So, although it's under a constant state of emergency due to Israeli bombardment and citizens are unable to move freely and there’s a huge amount of poverty, Rosalind wanted the film to focus on everyday life in Gaza: children playing in the street, families eating, and the marketplace where people are working. She had to leave early because of Israeli bombardment, and when she returned to the UK, she asked an animator to finish the film with short animated sequences. She used these animations to articulate this heightened sense of unreality that she felt while she was there.

For Vivian's Garden Rosalind was invited by Documenta to go to Guatemala and film artists Vivian Suter and Elisabeth Wild, who are mother and daughter. Elisabeth Wild is in her mid-90s and Vivian Suter's in her mid-50s, and they live together in a house in Guatemala, where they moved a long time ago. Rosalind visited about three times and spent time in their house.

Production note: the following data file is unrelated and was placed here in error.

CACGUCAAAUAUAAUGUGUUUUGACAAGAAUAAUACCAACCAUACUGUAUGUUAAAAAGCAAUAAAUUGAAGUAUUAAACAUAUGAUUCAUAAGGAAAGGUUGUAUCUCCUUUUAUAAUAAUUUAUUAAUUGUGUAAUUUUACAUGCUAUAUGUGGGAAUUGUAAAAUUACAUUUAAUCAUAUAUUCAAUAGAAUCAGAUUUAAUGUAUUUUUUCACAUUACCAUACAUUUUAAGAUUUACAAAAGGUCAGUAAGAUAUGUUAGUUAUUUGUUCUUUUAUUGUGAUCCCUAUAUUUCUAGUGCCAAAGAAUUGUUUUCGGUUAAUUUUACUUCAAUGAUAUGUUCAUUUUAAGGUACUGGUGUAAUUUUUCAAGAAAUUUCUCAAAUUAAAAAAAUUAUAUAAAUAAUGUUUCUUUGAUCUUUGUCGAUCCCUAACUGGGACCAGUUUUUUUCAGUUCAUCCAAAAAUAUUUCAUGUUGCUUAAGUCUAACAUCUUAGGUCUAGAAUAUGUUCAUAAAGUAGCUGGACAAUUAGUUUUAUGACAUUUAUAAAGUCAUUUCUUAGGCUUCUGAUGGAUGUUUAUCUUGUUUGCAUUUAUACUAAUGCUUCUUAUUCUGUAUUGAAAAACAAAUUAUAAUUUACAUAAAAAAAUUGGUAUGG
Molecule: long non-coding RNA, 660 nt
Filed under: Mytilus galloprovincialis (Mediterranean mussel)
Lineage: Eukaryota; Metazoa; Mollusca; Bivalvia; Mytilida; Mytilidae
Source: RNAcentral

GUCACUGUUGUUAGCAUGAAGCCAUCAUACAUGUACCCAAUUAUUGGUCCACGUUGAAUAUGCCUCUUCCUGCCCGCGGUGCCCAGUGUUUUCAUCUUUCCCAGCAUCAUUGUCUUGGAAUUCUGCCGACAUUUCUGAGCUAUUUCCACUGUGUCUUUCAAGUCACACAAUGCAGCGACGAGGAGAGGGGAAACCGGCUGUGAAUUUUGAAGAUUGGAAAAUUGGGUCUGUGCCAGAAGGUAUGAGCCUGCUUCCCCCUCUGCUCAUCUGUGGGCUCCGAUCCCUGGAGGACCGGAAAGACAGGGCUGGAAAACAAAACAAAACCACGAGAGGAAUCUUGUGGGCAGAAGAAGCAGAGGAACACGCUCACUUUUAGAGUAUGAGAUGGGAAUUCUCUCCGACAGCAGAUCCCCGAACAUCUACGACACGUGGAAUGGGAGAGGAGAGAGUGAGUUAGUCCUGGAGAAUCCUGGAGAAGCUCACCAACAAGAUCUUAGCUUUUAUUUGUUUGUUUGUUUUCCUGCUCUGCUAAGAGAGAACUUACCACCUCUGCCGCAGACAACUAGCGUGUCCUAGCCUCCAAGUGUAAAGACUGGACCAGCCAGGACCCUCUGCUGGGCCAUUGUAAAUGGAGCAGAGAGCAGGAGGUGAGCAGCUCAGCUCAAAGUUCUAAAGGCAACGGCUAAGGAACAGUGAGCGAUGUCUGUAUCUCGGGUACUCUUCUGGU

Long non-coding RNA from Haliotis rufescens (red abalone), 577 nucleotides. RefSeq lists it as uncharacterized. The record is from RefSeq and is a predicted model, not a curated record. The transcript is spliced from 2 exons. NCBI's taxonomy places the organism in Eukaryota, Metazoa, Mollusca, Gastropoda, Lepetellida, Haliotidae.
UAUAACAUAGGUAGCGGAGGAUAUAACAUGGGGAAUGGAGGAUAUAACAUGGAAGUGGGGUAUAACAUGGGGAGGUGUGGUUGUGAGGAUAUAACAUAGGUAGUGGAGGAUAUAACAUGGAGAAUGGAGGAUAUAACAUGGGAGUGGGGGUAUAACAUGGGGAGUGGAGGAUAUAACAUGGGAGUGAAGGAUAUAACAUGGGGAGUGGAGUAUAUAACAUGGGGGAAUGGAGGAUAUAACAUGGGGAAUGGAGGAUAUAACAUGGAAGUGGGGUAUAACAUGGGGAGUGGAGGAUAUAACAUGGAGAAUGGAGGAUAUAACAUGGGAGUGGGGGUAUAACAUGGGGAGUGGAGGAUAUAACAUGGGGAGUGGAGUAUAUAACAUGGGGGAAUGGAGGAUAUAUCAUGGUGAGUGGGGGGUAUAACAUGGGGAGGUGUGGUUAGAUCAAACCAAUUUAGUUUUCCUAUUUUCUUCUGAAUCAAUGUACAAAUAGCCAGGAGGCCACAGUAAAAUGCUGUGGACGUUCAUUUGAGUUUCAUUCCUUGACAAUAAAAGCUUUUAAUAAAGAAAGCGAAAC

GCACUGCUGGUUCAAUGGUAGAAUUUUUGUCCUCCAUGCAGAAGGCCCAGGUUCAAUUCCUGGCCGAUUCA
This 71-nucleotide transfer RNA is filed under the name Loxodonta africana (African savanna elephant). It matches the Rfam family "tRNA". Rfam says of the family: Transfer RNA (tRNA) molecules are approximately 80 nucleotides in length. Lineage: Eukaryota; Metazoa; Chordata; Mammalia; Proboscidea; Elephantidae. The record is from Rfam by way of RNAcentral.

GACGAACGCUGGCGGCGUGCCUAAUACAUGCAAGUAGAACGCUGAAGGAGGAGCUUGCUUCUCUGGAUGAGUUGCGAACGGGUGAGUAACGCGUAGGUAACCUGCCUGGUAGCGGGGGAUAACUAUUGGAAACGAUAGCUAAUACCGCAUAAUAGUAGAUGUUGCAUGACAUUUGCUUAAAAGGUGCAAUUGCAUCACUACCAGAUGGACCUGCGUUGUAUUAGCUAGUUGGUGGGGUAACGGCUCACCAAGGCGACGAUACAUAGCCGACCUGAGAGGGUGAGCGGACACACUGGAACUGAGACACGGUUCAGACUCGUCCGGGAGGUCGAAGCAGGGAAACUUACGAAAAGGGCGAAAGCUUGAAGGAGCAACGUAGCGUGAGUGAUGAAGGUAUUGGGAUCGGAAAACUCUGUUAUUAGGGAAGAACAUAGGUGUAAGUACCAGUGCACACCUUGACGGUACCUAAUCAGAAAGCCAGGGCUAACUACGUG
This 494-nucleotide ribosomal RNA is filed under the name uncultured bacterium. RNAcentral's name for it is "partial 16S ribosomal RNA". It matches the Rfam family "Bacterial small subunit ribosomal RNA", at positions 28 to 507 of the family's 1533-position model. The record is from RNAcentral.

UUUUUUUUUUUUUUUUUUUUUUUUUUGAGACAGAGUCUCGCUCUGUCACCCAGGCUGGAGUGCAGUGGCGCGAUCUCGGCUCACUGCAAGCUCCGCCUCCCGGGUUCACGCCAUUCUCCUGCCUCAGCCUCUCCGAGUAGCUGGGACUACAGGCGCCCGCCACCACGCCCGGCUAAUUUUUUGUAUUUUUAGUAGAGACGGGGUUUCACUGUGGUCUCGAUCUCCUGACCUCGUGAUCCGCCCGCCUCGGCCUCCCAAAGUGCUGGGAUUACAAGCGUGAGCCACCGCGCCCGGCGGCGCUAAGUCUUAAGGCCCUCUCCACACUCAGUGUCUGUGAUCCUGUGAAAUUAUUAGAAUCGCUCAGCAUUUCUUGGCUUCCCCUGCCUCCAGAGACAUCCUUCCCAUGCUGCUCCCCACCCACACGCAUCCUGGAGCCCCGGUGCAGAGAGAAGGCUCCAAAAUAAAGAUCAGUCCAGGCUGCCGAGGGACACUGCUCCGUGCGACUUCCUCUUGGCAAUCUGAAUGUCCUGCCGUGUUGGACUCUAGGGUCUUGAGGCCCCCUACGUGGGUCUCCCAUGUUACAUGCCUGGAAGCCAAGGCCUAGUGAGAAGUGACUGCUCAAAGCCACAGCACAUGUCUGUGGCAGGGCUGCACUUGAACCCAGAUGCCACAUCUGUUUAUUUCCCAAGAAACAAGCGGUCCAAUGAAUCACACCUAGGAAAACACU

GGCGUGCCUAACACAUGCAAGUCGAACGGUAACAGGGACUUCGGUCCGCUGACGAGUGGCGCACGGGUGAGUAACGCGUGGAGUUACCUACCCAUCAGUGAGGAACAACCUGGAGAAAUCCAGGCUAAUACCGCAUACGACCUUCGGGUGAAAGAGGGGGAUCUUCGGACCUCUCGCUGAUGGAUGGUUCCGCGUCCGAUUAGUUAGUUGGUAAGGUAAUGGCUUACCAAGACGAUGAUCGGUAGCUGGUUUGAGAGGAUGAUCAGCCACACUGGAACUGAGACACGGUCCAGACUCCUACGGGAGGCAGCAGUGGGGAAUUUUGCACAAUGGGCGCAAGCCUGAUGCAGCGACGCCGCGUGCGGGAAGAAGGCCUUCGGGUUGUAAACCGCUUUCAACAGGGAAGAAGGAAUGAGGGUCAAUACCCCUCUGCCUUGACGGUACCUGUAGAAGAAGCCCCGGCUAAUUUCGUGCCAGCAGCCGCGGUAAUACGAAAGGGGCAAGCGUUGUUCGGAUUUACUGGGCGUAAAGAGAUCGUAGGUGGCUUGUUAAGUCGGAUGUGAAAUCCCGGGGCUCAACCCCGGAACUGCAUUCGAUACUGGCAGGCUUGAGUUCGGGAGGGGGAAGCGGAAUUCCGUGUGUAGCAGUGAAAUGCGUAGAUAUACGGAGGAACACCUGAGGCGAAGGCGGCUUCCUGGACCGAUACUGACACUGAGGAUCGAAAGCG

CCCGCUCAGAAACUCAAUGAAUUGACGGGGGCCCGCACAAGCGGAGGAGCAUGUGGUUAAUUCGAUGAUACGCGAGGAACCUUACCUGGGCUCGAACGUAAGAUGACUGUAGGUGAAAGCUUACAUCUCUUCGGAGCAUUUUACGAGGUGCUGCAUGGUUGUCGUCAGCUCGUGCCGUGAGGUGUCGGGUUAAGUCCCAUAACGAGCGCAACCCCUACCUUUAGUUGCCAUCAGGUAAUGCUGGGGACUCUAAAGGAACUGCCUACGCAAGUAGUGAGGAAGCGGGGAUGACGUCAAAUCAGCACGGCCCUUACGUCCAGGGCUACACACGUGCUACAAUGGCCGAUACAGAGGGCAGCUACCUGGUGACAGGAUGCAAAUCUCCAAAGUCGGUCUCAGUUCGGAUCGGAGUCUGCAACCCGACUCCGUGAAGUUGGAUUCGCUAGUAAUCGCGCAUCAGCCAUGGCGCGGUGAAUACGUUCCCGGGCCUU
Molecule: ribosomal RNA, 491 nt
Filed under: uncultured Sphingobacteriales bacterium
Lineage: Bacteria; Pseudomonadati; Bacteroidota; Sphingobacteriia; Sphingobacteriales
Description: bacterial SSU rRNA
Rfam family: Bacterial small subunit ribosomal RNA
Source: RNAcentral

Again, it looks like a documentary, but parts of it are completely fictionalized. There's a beautiful moment in the film where Vivian is packing up her clothes to leave go to Athens, and she is telling her mother how to look after the dogs while she's away. It's a very emotional scene because Vivian starts to cry, but you're never really sure whether what you're seeing is real or performed emotion. I think all of her films put us in this space where we're not quite sure of our relationship to the characters.

When we were thinking about presenting the films at Ferens Art Gallery, it was really important to Rosalind that people watch the whole film. The Turner Prize is not really about the art world – it's about introducing artists' work to lots of people who wouldn't normally come into a gallery. So rather than just putting benches into a black space, we decided to create a cinema in the gallery, an immersive environment where people can sink into the seat and watch the whole thing.